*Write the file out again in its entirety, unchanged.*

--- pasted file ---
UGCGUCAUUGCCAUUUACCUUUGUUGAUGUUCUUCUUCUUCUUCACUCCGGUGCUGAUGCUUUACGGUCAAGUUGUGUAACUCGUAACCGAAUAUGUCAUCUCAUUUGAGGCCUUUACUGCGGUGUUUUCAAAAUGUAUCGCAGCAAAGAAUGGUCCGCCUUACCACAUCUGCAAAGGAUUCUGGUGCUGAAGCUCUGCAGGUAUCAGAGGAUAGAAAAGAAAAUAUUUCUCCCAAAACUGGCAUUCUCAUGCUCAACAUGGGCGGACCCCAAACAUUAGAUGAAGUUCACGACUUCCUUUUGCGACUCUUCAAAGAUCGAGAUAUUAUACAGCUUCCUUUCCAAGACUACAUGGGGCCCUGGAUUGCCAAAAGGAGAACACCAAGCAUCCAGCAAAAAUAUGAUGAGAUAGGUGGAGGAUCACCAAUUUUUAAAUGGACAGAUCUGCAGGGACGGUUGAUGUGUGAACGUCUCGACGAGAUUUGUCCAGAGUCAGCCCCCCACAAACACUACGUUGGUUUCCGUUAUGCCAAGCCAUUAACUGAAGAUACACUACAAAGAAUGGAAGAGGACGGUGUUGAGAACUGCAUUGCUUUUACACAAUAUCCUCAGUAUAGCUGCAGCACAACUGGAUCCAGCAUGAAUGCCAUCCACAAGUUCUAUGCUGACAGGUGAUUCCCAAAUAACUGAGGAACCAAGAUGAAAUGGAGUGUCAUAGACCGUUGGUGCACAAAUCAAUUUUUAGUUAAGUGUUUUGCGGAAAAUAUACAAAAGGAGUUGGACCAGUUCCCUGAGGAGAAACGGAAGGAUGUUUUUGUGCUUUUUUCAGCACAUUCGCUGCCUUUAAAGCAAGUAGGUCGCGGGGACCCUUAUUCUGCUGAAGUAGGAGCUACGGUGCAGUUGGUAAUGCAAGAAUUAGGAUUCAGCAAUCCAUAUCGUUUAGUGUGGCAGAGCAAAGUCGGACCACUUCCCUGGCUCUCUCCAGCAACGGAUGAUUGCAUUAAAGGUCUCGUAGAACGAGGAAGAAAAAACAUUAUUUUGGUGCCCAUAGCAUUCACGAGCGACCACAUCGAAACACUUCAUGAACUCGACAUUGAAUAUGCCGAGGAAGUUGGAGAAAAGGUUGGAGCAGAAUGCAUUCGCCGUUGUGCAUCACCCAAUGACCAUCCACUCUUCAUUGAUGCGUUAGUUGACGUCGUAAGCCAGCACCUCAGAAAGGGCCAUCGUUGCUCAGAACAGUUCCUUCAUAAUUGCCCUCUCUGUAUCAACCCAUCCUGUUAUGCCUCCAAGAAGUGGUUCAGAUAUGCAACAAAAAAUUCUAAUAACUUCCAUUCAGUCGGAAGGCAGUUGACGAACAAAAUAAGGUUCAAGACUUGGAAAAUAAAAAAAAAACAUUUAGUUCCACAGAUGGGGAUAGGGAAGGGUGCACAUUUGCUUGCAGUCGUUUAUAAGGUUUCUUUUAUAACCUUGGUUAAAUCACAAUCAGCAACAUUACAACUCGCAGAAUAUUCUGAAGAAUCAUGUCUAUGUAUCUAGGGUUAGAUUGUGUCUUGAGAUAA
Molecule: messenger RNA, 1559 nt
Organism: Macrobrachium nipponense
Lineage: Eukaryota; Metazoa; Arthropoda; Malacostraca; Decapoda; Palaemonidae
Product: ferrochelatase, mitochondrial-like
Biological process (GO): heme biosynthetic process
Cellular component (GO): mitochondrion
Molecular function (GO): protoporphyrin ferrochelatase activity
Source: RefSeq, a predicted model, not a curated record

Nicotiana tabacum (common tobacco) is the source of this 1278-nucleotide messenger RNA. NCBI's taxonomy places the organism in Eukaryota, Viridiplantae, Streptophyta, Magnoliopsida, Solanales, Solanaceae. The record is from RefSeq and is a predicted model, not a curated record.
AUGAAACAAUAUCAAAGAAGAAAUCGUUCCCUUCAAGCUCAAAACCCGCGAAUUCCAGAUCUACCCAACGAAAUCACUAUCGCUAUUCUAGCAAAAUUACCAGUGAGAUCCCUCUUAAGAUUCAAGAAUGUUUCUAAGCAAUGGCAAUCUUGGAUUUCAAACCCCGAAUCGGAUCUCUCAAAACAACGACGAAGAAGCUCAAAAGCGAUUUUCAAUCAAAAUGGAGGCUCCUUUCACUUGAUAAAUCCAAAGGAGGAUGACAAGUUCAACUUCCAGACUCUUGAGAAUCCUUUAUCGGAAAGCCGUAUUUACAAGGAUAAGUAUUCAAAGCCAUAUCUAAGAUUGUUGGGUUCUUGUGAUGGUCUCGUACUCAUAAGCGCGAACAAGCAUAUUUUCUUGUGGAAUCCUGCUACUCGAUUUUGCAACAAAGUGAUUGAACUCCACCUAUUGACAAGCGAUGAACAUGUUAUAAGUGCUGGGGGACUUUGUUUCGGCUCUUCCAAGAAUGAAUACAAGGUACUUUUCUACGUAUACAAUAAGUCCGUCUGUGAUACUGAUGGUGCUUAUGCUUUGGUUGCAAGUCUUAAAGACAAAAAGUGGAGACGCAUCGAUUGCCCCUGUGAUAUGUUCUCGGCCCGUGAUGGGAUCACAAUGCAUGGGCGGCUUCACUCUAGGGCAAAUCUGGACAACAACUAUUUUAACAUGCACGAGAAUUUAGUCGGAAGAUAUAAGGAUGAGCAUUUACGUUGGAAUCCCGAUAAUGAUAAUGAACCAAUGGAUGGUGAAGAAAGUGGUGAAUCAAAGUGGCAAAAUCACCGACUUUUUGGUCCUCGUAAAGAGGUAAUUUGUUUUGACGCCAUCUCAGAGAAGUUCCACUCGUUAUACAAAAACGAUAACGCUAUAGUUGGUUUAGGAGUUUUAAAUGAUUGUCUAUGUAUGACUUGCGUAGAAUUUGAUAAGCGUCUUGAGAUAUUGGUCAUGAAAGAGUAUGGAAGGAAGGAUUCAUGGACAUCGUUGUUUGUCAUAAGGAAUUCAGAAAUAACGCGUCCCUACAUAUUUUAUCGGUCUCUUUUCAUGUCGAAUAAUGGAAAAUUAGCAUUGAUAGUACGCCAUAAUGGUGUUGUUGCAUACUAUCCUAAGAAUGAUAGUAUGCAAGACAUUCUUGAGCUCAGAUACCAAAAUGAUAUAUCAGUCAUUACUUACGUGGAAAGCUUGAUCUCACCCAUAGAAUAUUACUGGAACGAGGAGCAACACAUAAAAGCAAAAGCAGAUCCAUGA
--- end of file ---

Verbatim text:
UGCGUCAUUGCCAUUUACCUUUGUUGAUGUUCUUCUUCUUCUUCACUCCGGUGCUGAUGCUUUACGGUCAAGUUGUGUAACUCGUAACCGAAUAUGUCAUCUCAUUUGAGGCCUUUACUGCGGUGUUUUCAAAAUGUAUCGCAGCAAAGAAUGGUCCGCCUUACCACAUCUGCAAAGGAUUCUGGUGCUGAAGCUCUGCAGGUAUCAGAGGAUAGAAAAGAAAAUAUUUCUCCCAAAACUGGCAUUCUCAUGCUCAACAUGGGCGGACCCCAAACAUUAGAUGAAGUUCACGACUUCCUUUUGCGACUCUUCAAAGAUCGAGAUAUUAUACAGCUUCCUUUCCAAGACUACAUGGGGCCCUGGAUUGCCAAAAGGAGAACACCAAGCAUCCAGCAAAAAUAUGAUGAGAUAGGUGGAGGAUCACCAAUUUUUAAAUGGACAGAUCUGCAGGGACGGUUGAUGUGUGAACGUCUCGACGAGAUUUGUCCAGAGUCAGCCCCCCACAAACACUACGUUGGUUUCCGUUAUGCCAAGCCAUUAACUGAAGAUACACUACAAAGAAUGGAAGAGGACGGUGUUGAGAACUGCAUUGCUUUUACACAAUAUCCUCAGUAUAGCUGCAGCACAACUGGAUCCAGCAUGAAUGCCAUCCACAAGUUCUAUGCUGACAGGUGAUUCCCAAAUAACUGAGGAACCAAGAUGAAAUGGAGUGUCAUAGACCGUUGGUGCACAAAUCAAUUUUUAGUUAAGUGUUUUGCGGAAAAUAUACAAAAGGAGUUGGACCAGUUCCCUGAGGAGAAACGGAAGGAUGUUUUUGUGCUUUUUUCAGCACAUUCGCUGCCUUUAAAGCAAGUAGGUCGCGGGGACCCUUAUUCUGCUGAAGUAGGAGCUACGGUGCAGUUGGUAAUGCAAGAAUUAGGAUUCAGCAAUCCAUAUCGUUUAGUGUGGCAGAGCAAAGUCGGACCACUUCCCUGGCUCUCUCCAGCAACGGAUGAUUGCAUUAAAGGUCUCGUAGAACGAGGAAGAAAAAACAUUAUUUUGGUGCCCAUAGCAUUCACGAGCGACCACAUCGAAACACUUCAUGAACUCGACAUUGAAUAUGCCGAGGAAGUUGGAGAAAAGGUUGGAGCAGAAUGCAUUCGCCGUUGUGCAUCACCCAAUGACCAUCCACUCUUCAUUGAUGCGUUAGUUGACGUCGUAAGCCAGCACCUCAGAAAGGGCCAUCGUUGCUCAGAACAGUUCCUUCAUAAUUGCCCUCUCUGUAUCAACCCAUCCUGUUAUGCCUCCAAGAAGUGGUUCAGAUAUGCAACAAAAAAUUCUAAUAACUUCCAUUCAGUCGGAAGGCAGUUGACGAACAAAAUAAGGUUCAAGACUUGGAAAAUAAAAAAAAAACAUUUAGUUCCACAGAUGGGGAUAGGGAAGGGUGCACAUUUGCUUGCAGUCGUUUAUAAGGUUUCUUUUAUAACCUUGGUUAAAUCACAAUCAGCAACAUUACAACUCGCAGAAUAUUCUGAAGAAUCAUGUCUAUGUAUCUAGGGUUAGAUUGUGUCUUGAGAUAA
Molecule: messenger RNA, 1559 nt
Organism: Macrobrachium nipponense
Lineage: Eukaryota; Metazoa; Arthropoda; Malacostraca; Decapoda; Palaemonidae
Product: ferrochelatase, mitochondrial-like
Biological process (GO): heme biosynthetic process
Cellular component (GO): mitochondrion
Molecular function (GO): protoporphyrin ferrochelatase activity
Source: RefSeq, a predicted model, not a curated record

Nicotiana tabacum (common tobacco) is the source of this 1278-nucleotide messenger RNA. NCBI's taxonomy places the organism in Eukaryota, Viridiplantae, Streptophyta, Magnoliopsida, Solanales, Solanaceae. The record is from RefSeq and is a predicted model, not a curated record.
AUGAAACAAUAUCAAAGAAGAAAUCGUUCCCUUCAAGCUCAAAACCCGCGAAUUCCAGAUCUACCCAACGAAAUCACUAUCGCUAUUCUAGCAAAAUUACCAGUGAGAUCCCUCUUAAGAUUCAAGAAUGUUUCUAAGCAAUGGCAAUCUUGGAUUUCAAACCCCGAAUCGGAUCUCUCAAAACAACGACGAAGAAGCUCAAAAGCGAUUUUCAAUCAAAAUGGAGGCUCCUUUCACUUGAUAAAUCCAAAGGAGGAUGACAAGUUCAACUUCCAGACUCUUGAGAAUCCUUUAUCGGAAAGCCGUAUUUACAAGGAUAAGUAUUCAAAGCCAUAUCUAAGAUUGUUGGGUUCUUGUGAUGGUCUCGUACUCAUAAGCGCGAACAAGCAUAUUUUCUUGUGGAAUCCUGCUACUCGAUUUUGCAACAAAGUGAUUGAACUCCACCUAUUGACAAGCGAUGAACAUGUUAUAAGUGCUGGGGGACUUUGUUUCGGCUCUUCCAAGAAUGAAUACAAGGUACUUUUCUACGUAUACAAUAAGUCCGUCUGUGAUACUGAUGGUGCUUAUGCUUUGGUUGCAAGUCUUAAAGACAAAAAGUGGAGACGCAUCGAUUGCCCCUGUGAUAUGUUCUCGGCCCGUGAUGGGAUCACAAUGCAUGGGCGGCUUCACUCUAGGGCAAAUCUGGACAACAACUAUUUUAACAUGCACGAGAAUUUAGUCGGAAGAUAUAAGGAUGAGCAUUUACGUUGGAAUCCCGAUAAUGAUAAUGAACCAAUGGAUGGUGAAGAAAGUGGUGAAUCAAAGUGGCAAAAUCACCGACUUUUUGGUCCUCGUAAAGAGGUAAUUUGUUUUGACGCCAUCUCAGAGAAGUUCCACUCGUUAUACAAAAACGAUAACGCUAUAGUUGGUUUAGGAGUUUUAAAUGAUUGUCUAUGUAUGACUUGCGUAGAAUUUGAUAAGCGUCUUGAGAUAUUGGUCAUGAAAGAGUAUGGAAGGAAGGAUUCAUGGACAUCGUUGUUUGUCAUAAGGAAUUCAGAAAUAACGCGUCCCUACAUAUUUUAUCGGUCUCUUUUCAUGUCGAAUAAUGGAAAAUUAGCAUUGAUAGUACGCCAUAAUGGUGUUGUUGCAUACUAUCCUAAGAAUGAUAGUAUGCAAGACAUUCUUGAGCUCAGAUACCAAAAUGAUAUAUCAGUCAUUACUUACGUGGAAAGCUUGAUCUCACCCAUAGAAUAUUACUGGAACGAGGAGCAACACAUAAAAGCAAAAGCAGAUCCAUGA